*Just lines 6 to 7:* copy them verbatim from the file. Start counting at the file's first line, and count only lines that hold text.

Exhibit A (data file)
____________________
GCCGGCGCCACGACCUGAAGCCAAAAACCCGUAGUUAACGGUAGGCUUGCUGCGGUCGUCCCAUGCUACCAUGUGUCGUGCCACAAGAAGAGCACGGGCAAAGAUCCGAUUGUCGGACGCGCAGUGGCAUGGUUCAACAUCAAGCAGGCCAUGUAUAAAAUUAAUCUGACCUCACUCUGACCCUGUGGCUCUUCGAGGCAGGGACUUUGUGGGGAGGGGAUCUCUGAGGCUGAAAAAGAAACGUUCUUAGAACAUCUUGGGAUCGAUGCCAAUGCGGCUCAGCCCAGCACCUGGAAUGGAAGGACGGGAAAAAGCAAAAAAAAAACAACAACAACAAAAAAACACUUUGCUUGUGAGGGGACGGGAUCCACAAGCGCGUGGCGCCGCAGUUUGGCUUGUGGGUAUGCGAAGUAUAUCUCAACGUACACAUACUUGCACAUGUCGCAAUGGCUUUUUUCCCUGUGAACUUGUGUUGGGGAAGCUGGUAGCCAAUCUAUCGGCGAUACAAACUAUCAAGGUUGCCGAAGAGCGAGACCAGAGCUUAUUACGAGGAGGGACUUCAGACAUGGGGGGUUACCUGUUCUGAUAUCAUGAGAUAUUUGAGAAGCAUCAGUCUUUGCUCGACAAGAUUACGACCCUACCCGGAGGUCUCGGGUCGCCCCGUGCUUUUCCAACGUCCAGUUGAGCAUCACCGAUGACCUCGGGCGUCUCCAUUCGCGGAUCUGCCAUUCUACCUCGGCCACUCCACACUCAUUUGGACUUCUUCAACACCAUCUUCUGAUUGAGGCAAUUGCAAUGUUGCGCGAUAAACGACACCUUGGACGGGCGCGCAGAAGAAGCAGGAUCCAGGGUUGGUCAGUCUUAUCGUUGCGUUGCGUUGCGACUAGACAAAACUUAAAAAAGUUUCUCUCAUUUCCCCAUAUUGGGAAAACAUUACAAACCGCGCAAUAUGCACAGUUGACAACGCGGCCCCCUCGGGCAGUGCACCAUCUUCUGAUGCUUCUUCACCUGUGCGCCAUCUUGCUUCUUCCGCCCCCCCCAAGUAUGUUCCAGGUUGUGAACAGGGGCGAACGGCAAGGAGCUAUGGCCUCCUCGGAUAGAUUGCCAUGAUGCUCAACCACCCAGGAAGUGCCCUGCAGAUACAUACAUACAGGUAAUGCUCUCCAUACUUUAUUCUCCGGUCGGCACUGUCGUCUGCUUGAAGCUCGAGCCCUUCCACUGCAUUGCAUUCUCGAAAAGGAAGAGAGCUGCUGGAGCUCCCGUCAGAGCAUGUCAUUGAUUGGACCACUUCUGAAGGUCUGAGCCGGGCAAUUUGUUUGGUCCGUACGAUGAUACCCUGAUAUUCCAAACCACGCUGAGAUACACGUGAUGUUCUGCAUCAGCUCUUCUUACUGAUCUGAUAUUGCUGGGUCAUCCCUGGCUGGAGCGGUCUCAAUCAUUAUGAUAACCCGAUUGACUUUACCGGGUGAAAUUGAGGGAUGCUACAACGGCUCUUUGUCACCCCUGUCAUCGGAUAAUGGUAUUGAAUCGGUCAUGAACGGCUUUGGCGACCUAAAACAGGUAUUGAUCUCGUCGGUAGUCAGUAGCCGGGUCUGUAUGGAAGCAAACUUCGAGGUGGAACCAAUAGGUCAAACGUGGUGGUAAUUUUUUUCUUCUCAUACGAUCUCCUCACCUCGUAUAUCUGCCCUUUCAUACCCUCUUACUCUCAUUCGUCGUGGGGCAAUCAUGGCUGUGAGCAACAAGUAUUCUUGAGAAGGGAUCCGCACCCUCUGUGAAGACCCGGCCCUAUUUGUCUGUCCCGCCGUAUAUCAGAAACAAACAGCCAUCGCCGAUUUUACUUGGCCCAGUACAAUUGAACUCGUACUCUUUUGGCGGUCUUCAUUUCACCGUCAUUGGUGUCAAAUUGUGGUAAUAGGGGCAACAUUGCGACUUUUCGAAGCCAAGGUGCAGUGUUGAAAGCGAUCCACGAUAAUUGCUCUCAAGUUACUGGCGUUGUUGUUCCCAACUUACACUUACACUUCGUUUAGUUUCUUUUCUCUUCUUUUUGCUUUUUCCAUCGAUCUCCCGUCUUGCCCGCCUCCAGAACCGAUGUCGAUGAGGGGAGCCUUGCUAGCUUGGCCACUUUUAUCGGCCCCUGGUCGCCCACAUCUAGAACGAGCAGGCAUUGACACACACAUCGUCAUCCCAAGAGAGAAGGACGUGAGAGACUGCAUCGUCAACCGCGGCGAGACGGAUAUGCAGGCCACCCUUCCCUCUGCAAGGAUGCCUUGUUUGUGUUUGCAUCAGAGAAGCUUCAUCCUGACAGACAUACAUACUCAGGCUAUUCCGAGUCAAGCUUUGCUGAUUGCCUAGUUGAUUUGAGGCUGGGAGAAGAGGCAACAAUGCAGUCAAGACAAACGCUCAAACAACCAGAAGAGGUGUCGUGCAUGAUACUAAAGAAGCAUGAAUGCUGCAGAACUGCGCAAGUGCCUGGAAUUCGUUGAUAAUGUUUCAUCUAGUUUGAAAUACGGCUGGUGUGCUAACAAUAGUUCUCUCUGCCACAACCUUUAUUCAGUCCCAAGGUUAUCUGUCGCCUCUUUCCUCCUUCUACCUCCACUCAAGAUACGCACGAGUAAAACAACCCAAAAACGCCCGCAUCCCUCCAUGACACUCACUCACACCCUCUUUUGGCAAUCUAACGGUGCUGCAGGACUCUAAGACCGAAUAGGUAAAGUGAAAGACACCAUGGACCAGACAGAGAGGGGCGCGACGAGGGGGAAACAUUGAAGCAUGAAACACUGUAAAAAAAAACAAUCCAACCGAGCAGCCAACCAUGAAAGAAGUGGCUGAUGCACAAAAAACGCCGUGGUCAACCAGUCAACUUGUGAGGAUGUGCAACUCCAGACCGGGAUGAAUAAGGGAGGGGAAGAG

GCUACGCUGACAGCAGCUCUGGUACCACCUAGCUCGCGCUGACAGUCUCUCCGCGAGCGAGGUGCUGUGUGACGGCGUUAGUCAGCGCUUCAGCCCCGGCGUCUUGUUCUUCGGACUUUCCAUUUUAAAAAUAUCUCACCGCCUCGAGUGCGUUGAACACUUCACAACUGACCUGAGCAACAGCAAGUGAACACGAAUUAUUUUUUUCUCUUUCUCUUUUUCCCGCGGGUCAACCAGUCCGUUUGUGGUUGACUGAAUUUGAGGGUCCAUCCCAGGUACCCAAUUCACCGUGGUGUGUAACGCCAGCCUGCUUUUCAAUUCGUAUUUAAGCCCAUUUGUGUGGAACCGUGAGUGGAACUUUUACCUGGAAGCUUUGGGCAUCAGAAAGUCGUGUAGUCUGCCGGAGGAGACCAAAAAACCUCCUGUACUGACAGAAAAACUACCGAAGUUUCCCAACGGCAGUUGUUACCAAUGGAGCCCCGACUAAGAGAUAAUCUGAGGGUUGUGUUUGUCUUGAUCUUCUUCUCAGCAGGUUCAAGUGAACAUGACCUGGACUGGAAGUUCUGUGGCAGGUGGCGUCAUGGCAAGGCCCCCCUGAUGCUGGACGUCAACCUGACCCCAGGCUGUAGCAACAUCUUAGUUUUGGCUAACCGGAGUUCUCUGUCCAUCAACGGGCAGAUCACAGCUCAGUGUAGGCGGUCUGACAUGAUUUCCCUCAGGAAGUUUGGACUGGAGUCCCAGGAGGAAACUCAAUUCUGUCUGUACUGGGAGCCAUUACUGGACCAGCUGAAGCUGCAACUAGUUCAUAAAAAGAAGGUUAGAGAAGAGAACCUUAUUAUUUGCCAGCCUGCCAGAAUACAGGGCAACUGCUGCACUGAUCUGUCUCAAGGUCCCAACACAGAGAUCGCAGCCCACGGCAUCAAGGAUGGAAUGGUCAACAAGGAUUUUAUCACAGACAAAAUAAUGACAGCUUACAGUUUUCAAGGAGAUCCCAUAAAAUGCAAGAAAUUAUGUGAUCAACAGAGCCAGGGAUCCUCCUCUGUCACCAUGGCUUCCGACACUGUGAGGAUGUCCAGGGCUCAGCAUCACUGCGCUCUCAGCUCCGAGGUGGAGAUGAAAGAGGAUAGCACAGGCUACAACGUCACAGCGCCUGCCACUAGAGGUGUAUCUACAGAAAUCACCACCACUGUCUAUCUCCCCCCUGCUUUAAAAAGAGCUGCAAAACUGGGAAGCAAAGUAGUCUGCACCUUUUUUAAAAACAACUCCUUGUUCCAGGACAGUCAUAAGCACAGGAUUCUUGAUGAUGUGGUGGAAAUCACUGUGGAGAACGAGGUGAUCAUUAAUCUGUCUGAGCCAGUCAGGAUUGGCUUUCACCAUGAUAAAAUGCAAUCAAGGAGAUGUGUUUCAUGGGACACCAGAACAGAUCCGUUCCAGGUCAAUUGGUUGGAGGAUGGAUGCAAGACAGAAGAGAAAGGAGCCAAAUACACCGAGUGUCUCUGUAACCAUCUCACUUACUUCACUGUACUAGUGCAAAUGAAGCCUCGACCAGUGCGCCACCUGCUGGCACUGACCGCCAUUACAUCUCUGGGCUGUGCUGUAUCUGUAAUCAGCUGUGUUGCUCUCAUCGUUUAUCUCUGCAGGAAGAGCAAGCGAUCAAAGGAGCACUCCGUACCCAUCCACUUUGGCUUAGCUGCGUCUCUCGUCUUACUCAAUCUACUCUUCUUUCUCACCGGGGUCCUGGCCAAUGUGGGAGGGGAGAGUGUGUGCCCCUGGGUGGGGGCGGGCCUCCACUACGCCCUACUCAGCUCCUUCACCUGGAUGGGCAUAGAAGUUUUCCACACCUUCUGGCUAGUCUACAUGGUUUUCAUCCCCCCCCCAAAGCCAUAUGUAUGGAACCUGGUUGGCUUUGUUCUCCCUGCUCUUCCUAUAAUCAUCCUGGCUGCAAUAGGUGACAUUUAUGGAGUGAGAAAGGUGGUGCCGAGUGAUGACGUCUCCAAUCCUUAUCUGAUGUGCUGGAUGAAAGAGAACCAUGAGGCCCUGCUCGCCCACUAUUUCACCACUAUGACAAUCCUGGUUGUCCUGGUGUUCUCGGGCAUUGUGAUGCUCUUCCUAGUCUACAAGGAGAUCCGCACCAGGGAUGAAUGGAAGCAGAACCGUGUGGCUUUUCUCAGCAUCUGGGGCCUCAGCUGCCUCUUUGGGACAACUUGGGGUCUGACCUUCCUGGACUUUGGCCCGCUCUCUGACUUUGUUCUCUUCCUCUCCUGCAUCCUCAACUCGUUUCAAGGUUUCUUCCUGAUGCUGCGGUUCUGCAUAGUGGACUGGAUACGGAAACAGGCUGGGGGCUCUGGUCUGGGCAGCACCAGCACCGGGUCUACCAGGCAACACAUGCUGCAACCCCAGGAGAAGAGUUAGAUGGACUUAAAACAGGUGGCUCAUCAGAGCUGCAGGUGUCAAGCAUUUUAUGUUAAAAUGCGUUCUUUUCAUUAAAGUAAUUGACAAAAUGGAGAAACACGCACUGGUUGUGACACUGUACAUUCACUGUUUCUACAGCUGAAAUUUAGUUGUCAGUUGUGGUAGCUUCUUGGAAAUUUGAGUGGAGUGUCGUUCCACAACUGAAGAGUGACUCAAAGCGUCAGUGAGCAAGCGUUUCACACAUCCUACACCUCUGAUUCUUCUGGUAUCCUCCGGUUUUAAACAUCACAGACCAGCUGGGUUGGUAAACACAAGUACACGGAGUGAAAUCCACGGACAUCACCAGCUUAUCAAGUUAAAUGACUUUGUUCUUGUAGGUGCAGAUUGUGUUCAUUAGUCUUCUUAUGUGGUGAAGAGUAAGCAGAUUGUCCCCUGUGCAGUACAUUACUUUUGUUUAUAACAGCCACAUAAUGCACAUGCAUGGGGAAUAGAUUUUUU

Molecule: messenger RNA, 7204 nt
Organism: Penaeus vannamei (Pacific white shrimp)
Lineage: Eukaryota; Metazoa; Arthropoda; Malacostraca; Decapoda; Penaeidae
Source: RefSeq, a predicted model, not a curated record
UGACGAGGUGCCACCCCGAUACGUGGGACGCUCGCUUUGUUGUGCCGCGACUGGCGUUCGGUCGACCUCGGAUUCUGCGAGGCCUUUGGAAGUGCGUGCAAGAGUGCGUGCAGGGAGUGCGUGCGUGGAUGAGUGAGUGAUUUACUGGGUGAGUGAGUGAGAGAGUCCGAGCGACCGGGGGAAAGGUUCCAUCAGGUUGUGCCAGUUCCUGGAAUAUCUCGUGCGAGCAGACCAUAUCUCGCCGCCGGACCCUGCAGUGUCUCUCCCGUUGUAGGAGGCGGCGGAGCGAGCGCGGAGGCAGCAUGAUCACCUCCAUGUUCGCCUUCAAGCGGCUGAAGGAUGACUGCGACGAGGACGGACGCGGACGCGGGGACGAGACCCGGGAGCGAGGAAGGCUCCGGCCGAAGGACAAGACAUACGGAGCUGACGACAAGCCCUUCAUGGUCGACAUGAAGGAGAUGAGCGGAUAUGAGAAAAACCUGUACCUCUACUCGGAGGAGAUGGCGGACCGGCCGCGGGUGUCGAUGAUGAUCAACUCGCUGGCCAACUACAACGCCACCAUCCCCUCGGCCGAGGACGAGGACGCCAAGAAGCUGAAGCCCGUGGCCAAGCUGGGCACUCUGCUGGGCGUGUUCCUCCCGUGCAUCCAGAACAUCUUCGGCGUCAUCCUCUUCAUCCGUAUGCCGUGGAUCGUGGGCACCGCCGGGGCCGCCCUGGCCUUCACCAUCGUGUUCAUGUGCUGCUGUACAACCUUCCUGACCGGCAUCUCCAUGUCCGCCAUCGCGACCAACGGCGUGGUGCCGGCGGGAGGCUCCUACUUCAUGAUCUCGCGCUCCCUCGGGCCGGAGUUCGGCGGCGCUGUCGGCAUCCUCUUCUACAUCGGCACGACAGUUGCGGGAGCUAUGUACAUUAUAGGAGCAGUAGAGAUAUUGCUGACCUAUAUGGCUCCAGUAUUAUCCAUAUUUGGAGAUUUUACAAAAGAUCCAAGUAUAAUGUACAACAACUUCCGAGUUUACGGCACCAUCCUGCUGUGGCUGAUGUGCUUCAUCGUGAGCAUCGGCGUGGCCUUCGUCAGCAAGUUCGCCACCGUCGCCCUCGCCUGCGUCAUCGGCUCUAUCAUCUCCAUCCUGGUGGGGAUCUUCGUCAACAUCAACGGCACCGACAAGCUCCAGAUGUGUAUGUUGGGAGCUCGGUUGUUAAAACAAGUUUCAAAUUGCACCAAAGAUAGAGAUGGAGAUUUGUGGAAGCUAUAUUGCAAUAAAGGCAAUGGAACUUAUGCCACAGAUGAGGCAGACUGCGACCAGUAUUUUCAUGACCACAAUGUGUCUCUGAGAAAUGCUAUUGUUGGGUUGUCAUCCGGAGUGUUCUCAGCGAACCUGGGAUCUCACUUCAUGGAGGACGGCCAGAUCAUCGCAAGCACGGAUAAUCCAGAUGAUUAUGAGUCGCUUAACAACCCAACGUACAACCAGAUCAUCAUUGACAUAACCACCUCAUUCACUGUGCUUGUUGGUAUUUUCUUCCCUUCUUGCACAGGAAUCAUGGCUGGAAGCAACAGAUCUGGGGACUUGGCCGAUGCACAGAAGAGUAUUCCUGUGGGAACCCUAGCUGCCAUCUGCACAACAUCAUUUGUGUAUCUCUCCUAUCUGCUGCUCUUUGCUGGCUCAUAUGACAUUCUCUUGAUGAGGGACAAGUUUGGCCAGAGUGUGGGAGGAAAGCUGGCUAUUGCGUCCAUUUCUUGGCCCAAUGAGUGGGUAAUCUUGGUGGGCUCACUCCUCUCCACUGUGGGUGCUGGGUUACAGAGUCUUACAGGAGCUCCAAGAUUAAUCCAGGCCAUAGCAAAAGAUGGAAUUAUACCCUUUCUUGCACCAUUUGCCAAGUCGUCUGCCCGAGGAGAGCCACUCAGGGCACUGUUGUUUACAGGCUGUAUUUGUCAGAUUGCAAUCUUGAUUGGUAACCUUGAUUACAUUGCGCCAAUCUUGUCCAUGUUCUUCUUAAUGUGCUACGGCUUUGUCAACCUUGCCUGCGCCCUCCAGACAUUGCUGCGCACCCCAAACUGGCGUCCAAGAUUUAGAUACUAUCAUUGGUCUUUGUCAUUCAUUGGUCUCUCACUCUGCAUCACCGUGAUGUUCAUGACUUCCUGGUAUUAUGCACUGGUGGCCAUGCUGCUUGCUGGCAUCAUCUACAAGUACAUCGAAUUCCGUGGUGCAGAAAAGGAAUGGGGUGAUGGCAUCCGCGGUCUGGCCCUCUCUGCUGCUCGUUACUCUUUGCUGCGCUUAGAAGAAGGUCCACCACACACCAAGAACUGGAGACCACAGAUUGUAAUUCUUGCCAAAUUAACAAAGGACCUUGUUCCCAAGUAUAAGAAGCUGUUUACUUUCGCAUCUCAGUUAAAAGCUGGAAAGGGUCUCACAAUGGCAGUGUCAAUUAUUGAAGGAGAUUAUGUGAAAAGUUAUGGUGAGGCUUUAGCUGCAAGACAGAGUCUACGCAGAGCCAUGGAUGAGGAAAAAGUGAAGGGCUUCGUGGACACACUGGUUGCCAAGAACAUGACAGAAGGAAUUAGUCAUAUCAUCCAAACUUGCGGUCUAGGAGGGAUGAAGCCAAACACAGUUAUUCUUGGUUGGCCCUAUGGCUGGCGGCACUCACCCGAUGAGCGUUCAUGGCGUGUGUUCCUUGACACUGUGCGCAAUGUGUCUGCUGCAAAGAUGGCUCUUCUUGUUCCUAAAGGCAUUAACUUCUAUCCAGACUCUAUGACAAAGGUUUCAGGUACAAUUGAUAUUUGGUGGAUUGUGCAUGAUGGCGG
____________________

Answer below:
Source: RefSeq, a predicted model, not a curated record
UGACGAGGUGCCACCCCGAUACGUGGGACGCUCGCUUUGUUGUGCCGCGACUGGCGUUCGGUCGACCUCGGAUUCUGCGAGGCCUUUGGAAGUGCGUGCAAGAGUGCGUGCAGGGAGUGCGUGCGUGGAUGAGUGAGUGAUUUACUGGGUGAGUGAGUGAGAGAGUCCGAGCGACCGGGGGAAAGGUUCCAUCAGGUUGUGCCAGUUCCUGGAAUAUCUCGUGCGAGCAGACCAUAUCUCGCCGCCGGACCCUGCAGUGUCUCUCCCGUUGUAGGAGGCGGCGGAGCGAGCGCGGAGGCAGCAUGAUCACCUCCAUGUUCGCCUUCAAGCGGCUGAAGGAUGACUGCGACGAGGACGGACGCGGACGCGGGGACGAGACCCGGGAGCGAGGAAGGCUCCGGCCGAAGGACAAGACAUACGGAGCUGACGACAAGCCCUUCAUGGUCGACAUGAAGGAGAUGAGCGGAUAUGAGAAAAACCUGUACCUCUACUCGGAGGAGAUGGCGGACCGGCCGCGGGUGUCGAUGAUGAUCAACUCGCUGGCCAACUACAACGCCACCAUCCCCUCGGCCGAGGACGAGGACGCCAAGAAGCUGAAGCCCGUGGCCAAGCUGGGCACUCUGCUGGGCGUGUUCCUCCCGUGCAUCCAGAACAUCUUCGGCGUCAUCCUCUUCAUCCGUAUGCCGUGGAUCGUGGGCACCGCCGGGGCCGCCCUGGCCUUCACCAUCGUGUUCAUGUGCUGCUGUACAACCUUCCUGACCGGCAUCUCCAUGUCCGCCAUCGCGACCAACGGCGUGGUGCCGGCGGGAGGCUCCUACUUCAUGAUCUCGCGCUCCCUCGGGCCGGAGUUCGGCGGCGCUGUCGGCAUCCUCUUCUACAUCGGCACGACAGUUGCGGGAGCUAUGUACAUUAUAGGAGCAGUAGAGAUAUUGCUGACCUAUAUGGCUCCAGUAUUAUCCAUAUUUGGAGAUUUUACAAAAGAUCCAAGUAUAAUGUACAACAACUUCCGAGUUUACGGCACCAUCCUGCUGUGGCUGAUGUGCUUCAUCGUGAGCAUCGGCGUGGCCUUCGUCAGCAAGUUCGCCACCGUCGCCCUCGCCUGCGUCAUCGGCUCUAUCAUCUCCAUCCUGGUGGGGAUCUUCGUCAACAUCAACGGCACCGACAAGCUCCAGAUGUGUAUGUUGGGAGCUCGGUUGUUAAAACAAGUUUCAAAUUGCACCAAAGAUAGAGAUGGAGAUUUGUGGAAGCUAUAUUGCAAUAAAGGCAAUGGAACUUAUGCCACAGAUGAGGCAGACUGCGACCAGUAUUUUCAUGACCACAAUGUGUCUCUGAGAAAUGCUAUUGUUGGGUUGUCAUCCGGAGUGUUCUCAGCGAACCUGGGAUCUCACUUCAUGGAGGACGGCCAGAUCAUCGCAAGCACGGAUAAUCCAGAUGAUUAUGAGUCGCUUAACAACCCAACGUACAACCAGAUCAUCAUUGACAUAACCACCUCAUUCACUGUGCUUGUUGGUAUUUUCUUCCCUUCUUGCACAGGAAUCAUGGCUGGAAGCAACAGAUCUGGGGACUUGGCCGAUGCACAGAAGAGUAUUCCUGUGGGAACCCUAGCUGCCAUCUGCACAACAUCAUUUGUGUAUCUCUCCUAUCUGCUGCUCUUUGCUGGCUCAUAUGACAUUCUCUUGAUGAGGGACAAGUUUGGCCAGAGUGUGGGAGGAAAGCUGGCUAUUGCGUCCAUUUCUUGGCCCAAUGAGUGGGUAAUCUUGGUGGGCUCACUCCUCUCCACUGUGGGUGCUGGGUUACAGAGUCUUACAGGAGCUCCAAGAUUAAUCCAGGCCAUAGCAAAAGAUGGAAUUAUACCCUUUCUUGCACCAUUUGCCAAGUCGUCUGCCCGAGGAGAGCCACUCAGGGCACUGUUGUUUACAGGCUGUAUUUGUCAGAUUGCAAUCUUGAUUGGUAACCUUGAUUACAUUGCGCCAAUCUUGUCCAUGUUCUUCUUAAUGUGCUACGGCUUUGUCAACCUUGCCUGCGCCCUCCAGACAUUGCUGCGCACCCCAAACUGGCGUCCAAGAUUUAGAUACUAUCAUUGGUCUUUGUCAUUCAUUGGUCUCUCACUCUGCAUCACCGUGAUGUUCAUGACUUCCUGGUAUUAUGCACUGGUGGCCAUGCUGCUUGCUGGCAUCAUCUACAAGUACAUCGAAUUCCGUGGUGCAGAAAAGGAAUGGGGUGAUGGCAUCCGCGGUCUGGCCCUCUCUGCUGCUCGUUACUCUUUGCUGCGCUUAGAAGAAGGUCCACCACACACCAAGAACUGGAGACCACAGAUUGUAAUUCUUGCCAAAUUAACAAAGGACCUUGUUCCCAAGUAUAAGAAGCUGUUUACUUUCGCAUCUCAGUUAAAAGCUGGAAAGGGUCUCACAAUGGCAGUGUCAAUUAUUGAAGGAGAUUAUGUGAAAAGUUAUGGUGAGGCUUUAGCUGCAAGACAGAGUCUACGCAGAGCCAUGGAUGAGGAAAAAGUGAAGGGCUUCGUGGACACACUGGUUGCCAAGAACAUGACAGAAGGAAUUAGUCAUAUCAUCCAAACUUGCGGUCUAGGAGGGAUGAAGCCAAACACAGUUAUUCUUGGUUGGCCCUAUGGCUGGCGGCACUCACCCGAUGAGCGUUCAUGGCGUGUGUUCCUUGACACUGUGCGCAAUGUGUCUGCUGCAAAGAUGGCUCUUCUUGUUCCUAAAGGCAUUAACUUCUAUCCAGACUCUAUGACAAAGGUUUCAGGUACAAUUGAUAUUUGGUGGAUUGUGCAUGAUGGCGG